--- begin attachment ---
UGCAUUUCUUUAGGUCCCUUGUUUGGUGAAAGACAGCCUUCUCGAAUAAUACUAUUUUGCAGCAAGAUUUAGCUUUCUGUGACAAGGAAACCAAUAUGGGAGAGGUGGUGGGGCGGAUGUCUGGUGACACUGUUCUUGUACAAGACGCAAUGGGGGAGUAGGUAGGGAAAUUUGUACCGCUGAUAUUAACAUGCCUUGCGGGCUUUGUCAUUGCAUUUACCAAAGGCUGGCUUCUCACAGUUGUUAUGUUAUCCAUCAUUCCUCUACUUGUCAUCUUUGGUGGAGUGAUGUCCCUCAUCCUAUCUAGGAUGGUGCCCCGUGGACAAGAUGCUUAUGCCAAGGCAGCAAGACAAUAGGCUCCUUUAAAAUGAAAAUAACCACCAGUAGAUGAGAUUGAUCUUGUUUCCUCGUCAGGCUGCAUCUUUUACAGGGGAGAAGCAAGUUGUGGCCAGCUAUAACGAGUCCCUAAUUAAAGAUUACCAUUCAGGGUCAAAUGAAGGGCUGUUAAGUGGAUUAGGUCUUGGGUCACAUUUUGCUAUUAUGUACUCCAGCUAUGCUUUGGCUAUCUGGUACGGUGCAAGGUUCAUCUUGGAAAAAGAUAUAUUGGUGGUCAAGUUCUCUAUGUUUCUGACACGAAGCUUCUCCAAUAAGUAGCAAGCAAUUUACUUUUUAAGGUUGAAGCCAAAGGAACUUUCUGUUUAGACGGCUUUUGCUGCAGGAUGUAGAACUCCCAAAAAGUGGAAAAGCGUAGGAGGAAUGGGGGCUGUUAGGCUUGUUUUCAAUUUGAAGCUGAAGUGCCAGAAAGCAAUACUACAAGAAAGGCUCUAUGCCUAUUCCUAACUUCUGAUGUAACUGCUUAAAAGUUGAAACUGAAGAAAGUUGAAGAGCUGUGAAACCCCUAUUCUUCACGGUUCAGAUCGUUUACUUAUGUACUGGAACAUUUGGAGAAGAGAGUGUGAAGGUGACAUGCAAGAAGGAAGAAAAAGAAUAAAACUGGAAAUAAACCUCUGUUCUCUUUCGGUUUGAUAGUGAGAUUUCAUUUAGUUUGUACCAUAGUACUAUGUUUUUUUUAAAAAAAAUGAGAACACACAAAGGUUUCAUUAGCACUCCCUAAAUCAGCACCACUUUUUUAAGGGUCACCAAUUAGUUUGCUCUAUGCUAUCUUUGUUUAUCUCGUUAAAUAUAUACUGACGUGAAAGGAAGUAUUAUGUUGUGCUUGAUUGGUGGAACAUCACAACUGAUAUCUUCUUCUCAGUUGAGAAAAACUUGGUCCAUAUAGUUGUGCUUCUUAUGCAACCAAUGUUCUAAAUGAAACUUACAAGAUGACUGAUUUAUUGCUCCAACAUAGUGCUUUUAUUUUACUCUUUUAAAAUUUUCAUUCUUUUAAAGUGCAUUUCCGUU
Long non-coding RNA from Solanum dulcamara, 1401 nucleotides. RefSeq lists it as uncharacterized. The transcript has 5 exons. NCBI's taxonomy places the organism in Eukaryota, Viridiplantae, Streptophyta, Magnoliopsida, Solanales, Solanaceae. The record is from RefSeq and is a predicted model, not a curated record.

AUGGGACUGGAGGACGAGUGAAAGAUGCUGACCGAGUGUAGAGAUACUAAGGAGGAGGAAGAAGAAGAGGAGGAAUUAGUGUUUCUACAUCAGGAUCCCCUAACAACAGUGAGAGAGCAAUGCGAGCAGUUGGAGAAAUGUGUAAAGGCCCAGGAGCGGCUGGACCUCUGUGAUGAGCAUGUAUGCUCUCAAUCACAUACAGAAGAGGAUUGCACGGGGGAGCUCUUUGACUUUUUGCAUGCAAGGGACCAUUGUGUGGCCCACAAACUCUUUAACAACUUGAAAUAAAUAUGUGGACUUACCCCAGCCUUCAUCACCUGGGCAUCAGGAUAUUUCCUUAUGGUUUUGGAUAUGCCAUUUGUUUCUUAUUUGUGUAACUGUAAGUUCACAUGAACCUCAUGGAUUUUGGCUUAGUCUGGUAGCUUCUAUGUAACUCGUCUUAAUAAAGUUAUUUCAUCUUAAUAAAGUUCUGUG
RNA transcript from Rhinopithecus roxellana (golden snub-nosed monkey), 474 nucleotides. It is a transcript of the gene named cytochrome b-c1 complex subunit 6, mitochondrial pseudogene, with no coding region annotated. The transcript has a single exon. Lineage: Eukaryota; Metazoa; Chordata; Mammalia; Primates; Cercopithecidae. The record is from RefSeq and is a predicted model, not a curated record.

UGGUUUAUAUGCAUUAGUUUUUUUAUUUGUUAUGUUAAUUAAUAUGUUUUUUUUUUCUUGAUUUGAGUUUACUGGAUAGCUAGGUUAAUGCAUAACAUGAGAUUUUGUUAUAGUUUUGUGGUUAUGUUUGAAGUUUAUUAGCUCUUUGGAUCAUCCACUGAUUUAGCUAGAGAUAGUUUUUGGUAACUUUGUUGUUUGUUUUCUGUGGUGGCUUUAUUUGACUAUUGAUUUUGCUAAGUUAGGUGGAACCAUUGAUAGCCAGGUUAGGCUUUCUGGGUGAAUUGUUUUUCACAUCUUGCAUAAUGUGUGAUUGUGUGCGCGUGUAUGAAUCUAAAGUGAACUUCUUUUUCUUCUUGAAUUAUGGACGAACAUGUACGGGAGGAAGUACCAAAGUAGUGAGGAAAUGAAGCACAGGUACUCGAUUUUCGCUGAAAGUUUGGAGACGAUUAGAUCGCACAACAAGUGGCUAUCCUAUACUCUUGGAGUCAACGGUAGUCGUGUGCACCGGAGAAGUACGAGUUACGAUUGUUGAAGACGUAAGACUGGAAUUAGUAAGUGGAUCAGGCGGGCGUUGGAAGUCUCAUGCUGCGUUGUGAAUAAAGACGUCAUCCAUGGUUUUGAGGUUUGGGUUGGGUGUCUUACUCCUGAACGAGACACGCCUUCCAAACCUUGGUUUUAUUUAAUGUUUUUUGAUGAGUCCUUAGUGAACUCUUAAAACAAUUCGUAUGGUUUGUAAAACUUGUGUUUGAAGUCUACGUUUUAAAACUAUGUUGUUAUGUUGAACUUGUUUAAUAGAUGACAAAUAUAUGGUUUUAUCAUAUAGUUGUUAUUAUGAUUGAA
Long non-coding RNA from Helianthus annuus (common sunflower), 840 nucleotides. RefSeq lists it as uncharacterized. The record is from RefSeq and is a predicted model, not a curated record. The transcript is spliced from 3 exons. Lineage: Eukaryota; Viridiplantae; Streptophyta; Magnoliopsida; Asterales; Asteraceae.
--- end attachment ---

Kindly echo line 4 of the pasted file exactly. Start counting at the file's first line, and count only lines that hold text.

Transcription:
RNA transcript from Rhinopithecus roxellana (golden snub-nosed monkey), 474 nucleotides. It is a transcript of the gene named cytochrome b-c1 complex subunit 6, mitochondrial pseudogene, with no coding region annotated. The transcript has a single exon. Lineage: Eukaryota; Metazoa; Chordata; Mammalia; Primates; Cercopithecidae. The record is from RefSeq and is a predicted model, not a curated record.